In fact, the only mall that has had difficulty adapting to the changing market has been the Baldwin Hills Crenshaw Plaza, the first mall in the nation to be built in a predominantly black urban community. Officials say a key problem is the developer’s inability to attract many of the top-draw retail stores found in other malls.

A common thread among the Westside’s big malls, and something that sets them apart from nearly all others in Southern California, is that they are urban, not suburban, shopping centers. People come to buy rather than to browse or socialize.

There are fewer teen-agers hanging out at Westside malls than at, say, Sherman Oaks Galleria of “Valley Girl” fame. There are far fewer seniors lounging, chatting or exercise-walking than at Glendale Galleria.

And space is at a premium. There is no place on the Westside to put a super-mall such as Del Amo in Torrance or South Coast Plaza in Costa Mesa. Fox Hills Mall, the Westside’s largest, is less than one-third the size of Del Amo.


The success of most of the area’s malls is rooted in the vast monetary success of the residents. The average annual income for households within a five-mile radius of Westside Pavilion is $79,000. For Beverly Center and Century City Shopping Center, it is even higher.

“Shopping malls do best where you have an affluent and very dense population, and the Westside has both of those elements,” said retail analyst Tashjian.

In a way, says Jerry Magnin, president of the Magnin Co., which owns the Polo and Ralph Lauren franchise licenses in Los Angeles, the struggle by malls to find the right mix of style, price and service is a never-ending one. But on the Westside, he says, there will aways be a place for “a good mall with an interesting and exciting mix of shops.”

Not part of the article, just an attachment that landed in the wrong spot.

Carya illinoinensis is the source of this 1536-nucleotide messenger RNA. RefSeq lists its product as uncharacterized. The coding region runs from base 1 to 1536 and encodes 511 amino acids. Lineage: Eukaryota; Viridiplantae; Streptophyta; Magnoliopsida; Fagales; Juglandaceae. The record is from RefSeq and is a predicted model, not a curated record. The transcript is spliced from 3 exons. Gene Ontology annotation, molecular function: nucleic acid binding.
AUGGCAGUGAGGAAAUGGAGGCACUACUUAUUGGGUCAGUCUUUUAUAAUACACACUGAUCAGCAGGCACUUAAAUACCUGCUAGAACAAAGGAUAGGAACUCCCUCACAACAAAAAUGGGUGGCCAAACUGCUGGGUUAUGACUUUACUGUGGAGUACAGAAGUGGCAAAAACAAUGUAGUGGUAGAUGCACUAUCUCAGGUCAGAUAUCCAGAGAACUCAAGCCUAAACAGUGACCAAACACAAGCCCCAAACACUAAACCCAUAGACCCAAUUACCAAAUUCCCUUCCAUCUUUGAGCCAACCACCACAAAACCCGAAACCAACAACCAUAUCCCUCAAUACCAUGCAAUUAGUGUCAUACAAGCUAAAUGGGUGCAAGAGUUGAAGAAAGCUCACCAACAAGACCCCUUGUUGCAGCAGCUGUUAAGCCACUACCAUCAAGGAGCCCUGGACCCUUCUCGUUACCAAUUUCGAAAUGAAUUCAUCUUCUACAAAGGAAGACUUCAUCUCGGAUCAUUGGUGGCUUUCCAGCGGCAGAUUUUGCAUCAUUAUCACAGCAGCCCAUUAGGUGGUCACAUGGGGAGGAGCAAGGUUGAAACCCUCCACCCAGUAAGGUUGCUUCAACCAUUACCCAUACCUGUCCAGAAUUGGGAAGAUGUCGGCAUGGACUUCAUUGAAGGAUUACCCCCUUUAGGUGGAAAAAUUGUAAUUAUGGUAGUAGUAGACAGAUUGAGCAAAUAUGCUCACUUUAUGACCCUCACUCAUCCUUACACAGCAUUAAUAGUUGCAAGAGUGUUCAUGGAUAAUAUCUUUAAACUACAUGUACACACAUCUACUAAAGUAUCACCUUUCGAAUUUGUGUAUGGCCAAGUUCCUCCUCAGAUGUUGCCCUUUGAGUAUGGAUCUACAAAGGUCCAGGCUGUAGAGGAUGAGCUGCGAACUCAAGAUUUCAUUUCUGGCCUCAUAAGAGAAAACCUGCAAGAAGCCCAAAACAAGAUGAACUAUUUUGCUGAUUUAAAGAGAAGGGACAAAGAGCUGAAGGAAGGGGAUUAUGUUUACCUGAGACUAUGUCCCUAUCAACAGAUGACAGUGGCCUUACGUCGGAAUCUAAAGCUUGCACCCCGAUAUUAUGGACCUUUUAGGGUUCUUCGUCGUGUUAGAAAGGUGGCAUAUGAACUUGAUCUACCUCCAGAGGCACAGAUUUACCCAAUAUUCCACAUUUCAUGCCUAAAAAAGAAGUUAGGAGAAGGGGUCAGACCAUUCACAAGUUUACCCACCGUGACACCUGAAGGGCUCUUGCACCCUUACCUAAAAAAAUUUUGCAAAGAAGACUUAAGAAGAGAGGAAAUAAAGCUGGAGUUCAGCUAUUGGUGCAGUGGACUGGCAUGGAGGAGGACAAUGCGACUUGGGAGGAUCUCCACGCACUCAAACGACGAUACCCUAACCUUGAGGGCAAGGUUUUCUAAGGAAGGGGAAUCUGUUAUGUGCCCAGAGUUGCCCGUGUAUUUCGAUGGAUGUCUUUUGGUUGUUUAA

“And for people who are searching for relative exclusivity,” he says, “there’s always Rodeo Drive.”




Taxable retail sales reported in 1989 by each of the major shopping centers on the Westside, and how that figure ranked among the county’s 45 largest malls:

Mall Sales Rank* Beverly Center $235,181,000 7 Westside Pavilion $207,582,000 9 Century City Shopping Center $173,275,000 11 Fox Hills Mall $153,538,000 13 Santa Monica Place $129,621,000 15 Baldwin Hills Crenshaw Plaza $ 27,750,000 43


* Del Amo Fashion Center in Torrance ranked No. 1 in the county, with taxable retail sales of $444,658,000.

Average sales per square foot for each mall, derived by dividing taxable retail sales by total retail area: Westside Pavilion: $313 Beverly Center: $261 Santa Monica Place: $227 Century City Center: $225 Fox Hills Mall: $169 Baldwin Hills Plaza: $38 Source: State Board of Equalization and individual malls